The overall contenders will also be fighting for every second, with Roglič hoping to gain a psychological advantage on Pogačar, while everyone else tries to limit their losses on the two Slovenians.
The opening road race stages of the Tour are always tense, crash-filled affairs and stage 2 to Nyborg should be no different. The road along the northern coast will be spectacular, as will the final 18km on the Great Belt Fixed Link bridge that connects Zeeland with Funen. If the wind is blowing, then positioning will be vital to avoid crashes in the peloton, while echelons could form on the exposed roads and on the long bridge to the finish.
The 182km third stage should be a calmer affair and a sprint finish, with Fabio Jakobsen (QuickStep-AlphaVinyl), Caleb Ewan (Lotto Soudal), Sam Bennett (Bora-Hansgrohe), Jasper Philipsen (Alpecin-Fenix), Peter Sagan (TotalEnergies) and their respective lead-out trains to clash in a high-speed finish.
Racing returns on Tuesday July 5 with stage 4 near the northern French coast via an inland loop between Dunkirk and Calais. The 171km stage includes several hills and the Cap Blanc Nez climb on the white cliffs just 10km from the finish.
Things get far more serious for the overall contenders on stage 5, which includes 11 sectors and a total 19.4km of Paris-Roubaix cobbles. They come in the second half of the 153.7km stage and could, like in previous years, cause crashes, significant time gaps, heartbreak and glory for the winner.
“It can go terribly wrong or it can go okay. You won’t win the Tour here, but you can lose the Tour,” Pogačar predicted after his reconnaissance of the route.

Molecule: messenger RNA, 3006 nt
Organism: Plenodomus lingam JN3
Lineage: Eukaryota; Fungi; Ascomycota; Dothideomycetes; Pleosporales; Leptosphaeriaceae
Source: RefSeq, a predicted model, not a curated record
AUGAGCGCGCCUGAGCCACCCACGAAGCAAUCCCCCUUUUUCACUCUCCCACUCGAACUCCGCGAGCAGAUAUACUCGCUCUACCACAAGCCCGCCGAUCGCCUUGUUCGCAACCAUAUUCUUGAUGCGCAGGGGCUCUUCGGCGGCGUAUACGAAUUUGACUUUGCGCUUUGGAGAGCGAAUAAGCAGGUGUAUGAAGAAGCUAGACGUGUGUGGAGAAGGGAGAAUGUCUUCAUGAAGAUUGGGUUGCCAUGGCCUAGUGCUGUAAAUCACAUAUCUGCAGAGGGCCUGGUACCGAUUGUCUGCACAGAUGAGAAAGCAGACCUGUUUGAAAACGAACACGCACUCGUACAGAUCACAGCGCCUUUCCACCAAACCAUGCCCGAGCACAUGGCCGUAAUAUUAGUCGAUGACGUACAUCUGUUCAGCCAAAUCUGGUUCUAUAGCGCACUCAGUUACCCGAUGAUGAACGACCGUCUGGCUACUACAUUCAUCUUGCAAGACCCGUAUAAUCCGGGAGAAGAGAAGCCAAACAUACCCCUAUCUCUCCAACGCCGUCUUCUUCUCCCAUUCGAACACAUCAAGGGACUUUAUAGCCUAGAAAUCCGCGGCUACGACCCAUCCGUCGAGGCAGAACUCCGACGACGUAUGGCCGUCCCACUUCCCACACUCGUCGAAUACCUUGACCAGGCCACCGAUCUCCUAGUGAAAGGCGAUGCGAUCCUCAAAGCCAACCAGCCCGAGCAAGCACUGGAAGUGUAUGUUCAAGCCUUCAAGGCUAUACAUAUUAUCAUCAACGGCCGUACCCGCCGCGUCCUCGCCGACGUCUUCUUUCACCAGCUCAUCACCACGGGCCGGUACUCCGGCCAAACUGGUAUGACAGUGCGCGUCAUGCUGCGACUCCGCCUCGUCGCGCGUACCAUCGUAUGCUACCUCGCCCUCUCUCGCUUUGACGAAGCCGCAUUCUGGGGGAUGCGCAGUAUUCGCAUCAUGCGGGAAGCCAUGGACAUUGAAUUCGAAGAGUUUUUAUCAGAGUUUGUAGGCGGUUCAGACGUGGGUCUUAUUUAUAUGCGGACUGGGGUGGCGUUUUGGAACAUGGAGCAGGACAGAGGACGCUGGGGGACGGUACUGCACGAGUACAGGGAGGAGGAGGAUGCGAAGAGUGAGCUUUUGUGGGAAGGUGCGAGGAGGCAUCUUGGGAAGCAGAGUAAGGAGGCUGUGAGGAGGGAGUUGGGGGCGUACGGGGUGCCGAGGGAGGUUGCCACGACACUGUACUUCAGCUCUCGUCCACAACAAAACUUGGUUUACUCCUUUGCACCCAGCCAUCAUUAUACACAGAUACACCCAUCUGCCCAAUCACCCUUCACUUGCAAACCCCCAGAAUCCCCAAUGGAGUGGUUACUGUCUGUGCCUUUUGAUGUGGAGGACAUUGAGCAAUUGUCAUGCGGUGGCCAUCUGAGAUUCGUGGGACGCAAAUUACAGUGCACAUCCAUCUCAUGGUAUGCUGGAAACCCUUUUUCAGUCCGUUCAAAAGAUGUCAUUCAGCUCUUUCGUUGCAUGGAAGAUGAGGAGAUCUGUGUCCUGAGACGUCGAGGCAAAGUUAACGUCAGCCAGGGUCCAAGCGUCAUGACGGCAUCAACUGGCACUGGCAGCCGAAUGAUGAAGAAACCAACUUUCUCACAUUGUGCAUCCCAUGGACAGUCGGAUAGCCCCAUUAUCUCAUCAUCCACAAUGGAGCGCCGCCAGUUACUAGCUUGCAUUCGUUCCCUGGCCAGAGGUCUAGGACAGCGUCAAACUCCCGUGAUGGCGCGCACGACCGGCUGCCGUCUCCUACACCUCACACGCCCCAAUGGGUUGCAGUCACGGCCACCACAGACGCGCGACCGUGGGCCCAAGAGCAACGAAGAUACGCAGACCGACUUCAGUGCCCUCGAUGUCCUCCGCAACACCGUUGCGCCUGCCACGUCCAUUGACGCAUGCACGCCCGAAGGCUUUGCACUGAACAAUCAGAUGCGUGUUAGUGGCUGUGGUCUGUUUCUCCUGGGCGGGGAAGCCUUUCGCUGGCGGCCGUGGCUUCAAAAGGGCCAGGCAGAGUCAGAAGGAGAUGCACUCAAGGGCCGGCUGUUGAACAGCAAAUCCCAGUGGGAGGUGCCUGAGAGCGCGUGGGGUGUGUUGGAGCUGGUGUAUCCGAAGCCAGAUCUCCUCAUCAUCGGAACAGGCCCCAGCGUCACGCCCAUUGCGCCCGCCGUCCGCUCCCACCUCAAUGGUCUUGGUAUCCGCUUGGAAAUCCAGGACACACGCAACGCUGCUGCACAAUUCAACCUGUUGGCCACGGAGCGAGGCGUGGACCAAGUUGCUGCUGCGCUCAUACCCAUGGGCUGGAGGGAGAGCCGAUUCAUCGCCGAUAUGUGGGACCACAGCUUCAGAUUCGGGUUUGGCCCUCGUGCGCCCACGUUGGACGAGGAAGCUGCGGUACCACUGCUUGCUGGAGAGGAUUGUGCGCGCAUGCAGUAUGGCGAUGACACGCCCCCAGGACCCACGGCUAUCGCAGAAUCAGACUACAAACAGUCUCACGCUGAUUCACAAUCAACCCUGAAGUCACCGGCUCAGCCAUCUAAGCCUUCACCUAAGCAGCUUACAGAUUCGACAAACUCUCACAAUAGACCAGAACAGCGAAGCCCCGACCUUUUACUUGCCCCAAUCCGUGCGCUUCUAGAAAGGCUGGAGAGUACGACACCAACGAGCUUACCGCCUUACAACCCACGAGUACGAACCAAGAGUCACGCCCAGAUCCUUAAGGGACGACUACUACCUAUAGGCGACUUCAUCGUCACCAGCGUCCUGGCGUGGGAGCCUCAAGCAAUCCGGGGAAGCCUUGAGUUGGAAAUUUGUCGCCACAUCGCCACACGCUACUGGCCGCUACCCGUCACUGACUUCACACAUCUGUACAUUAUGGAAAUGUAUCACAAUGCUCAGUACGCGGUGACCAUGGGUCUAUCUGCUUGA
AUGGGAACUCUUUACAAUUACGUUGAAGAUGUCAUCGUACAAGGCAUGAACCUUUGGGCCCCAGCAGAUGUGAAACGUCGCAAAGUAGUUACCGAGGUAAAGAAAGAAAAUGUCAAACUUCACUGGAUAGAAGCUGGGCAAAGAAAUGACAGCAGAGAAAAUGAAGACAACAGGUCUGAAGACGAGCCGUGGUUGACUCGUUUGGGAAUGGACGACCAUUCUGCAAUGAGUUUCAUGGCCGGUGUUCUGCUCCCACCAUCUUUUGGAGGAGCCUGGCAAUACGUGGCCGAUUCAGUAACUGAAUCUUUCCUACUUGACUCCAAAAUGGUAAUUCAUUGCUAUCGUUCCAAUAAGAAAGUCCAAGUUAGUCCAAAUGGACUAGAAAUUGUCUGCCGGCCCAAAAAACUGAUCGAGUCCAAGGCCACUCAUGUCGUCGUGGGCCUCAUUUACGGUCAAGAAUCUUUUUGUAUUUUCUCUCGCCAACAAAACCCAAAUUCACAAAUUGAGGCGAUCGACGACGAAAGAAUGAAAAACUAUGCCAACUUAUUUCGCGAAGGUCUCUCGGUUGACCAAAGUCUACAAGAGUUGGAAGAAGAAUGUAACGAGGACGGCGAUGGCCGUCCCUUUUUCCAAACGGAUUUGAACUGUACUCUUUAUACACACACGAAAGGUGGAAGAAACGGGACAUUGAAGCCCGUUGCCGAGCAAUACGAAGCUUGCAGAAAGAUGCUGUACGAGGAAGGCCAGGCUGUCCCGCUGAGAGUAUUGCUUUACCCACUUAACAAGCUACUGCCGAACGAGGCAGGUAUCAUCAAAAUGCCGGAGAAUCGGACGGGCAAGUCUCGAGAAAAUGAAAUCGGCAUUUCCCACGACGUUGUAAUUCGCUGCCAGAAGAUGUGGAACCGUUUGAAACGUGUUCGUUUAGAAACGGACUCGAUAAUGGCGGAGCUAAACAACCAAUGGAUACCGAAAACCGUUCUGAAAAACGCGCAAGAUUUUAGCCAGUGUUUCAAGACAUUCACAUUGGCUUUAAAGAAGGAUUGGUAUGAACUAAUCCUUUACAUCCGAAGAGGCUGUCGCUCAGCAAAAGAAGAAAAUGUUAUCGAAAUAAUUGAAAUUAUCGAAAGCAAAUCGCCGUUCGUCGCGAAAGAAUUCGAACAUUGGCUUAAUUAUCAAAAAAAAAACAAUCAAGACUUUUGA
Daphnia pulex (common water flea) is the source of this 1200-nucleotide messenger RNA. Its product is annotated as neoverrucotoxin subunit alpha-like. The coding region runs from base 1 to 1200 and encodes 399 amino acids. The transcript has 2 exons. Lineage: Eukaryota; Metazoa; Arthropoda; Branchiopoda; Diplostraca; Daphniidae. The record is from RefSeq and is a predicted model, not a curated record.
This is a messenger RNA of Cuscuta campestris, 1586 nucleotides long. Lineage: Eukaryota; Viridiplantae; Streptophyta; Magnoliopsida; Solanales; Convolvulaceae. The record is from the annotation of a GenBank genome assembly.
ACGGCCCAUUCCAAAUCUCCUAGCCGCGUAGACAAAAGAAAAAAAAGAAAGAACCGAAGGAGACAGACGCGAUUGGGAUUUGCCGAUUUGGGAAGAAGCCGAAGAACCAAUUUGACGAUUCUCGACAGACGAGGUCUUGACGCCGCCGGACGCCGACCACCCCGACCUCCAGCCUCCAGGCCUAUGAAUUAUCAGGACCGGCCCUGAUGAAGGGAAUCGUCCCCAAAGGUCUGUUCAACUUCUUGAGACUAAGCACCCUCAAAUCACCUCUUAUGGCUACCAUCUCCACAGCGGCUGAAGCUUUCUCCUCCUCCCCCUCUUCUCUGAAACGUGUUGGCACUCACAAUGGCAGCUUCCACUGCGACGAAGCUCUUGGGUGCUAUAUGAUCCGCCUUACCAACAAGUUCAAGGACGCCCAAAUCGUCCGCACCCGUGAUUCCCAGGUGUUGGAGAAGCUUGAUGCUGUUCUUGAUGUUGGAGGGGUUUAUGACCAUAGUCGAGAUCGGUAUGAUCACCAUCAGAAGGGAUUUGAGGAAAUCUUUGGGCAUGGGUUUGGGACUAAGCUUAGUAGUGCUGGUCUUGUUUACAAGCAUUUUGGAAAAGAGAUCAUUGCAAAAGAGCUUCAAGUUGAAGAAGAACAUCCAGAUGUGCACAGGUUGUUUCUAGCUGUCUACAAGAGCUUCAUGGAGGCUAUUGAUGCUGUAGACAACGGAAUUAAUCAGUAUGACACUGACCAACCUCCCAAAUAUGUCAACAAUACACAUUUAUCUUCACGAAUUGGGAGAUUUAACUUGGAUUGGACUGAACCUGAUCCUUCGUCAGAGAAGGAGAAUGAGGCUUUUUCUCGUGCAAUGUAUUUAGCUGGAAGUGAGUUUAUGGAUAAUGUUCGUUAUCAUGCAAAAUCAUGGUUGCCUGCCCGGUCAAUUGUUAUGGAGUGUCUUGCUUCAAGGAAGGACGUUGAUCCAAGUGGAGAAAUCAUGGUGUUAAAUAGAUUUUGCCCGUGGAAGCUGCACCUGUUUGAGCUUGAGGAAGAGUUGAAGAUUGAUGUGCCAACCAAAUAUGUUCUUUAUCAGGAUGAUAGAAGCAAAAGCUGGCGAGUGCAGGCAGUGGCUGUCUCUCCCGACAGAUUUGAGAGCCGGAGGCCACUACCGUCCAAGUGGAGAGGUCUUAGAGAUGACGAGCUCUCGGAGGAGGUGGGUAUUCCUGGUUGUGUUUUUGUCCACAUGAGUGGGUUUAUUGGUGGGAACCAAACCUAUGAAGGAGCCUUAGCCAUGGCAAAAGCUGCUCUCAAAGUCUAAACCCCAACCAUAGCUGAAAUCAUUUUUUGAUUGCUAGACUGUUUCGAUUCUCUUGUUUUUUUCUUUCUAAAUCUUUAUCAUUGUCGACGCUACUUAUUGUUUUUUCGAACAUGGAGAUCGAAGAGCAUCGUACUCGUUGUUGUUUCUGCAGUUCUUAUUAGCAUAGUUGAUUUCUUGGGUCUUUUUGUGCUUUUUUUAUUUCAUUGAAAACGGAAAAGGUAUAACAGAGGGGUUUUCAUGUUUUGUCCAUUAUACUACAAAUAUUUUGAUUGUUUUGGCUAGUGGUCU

Alps, Pyrenees, and a final TT
The first week passes into Belgium for a 219.9km hilly stage in the southern Ardennes before the stage 7 summit finish at the Super Planche des Belles Filles.
La Planche des Belles Filles was first climbed in the 2012 Tour de France when Chris Froome won the stage and Bradley Wiggins took the yellow jersey, and last in 2020 when Pogačar broke Roglič’s heart. This year is again a ‘super’ Planche des Belles Filles finish, with the line atop the very peak of the mountain after an additional gravel track.
Two hilly transfer stages during the weekend take the Tour to Lausanne and in Aigle in Switzerland before the second Monday rest day and a climb into the high Alps. Stage 10 is short at 148.1km but ends with a 19.2km climb to the summit finish on the Megève runway, where the USA’s Sepp Kuss (Jumbo-Visma) won the stage during the 2020 Critérium du Dauphiné.
Stage 11 is much tougher and includes the spectacular Lacets de Montvernier before the mighty Col du Télégraphe and Col du Galibier. The stage ends for just the second time in Tour history with a mountain finish on the Col du Granon. It is a breathtaking 2413m high and saw the battle royal between Greg Lemond and Bernhard Hinault in 1986.
Stage 12 is held on Bastille Day and will be a celebration of France as well as Grand Tour racing. The 165km stage returns to the Col du Galibier via the easier side and then climbs the Croix de Fer before celebrating the 70th anniversary of a finish on L’Alpe d’Huez and Fausto Coppi’s victory in 1952. The legendary hairpins will surely be packed again with fans from around the world as the likes of Thibaut Pinot (Groupama-FDJ) and Romain Bardet (Team DSM) fight for a French stage win.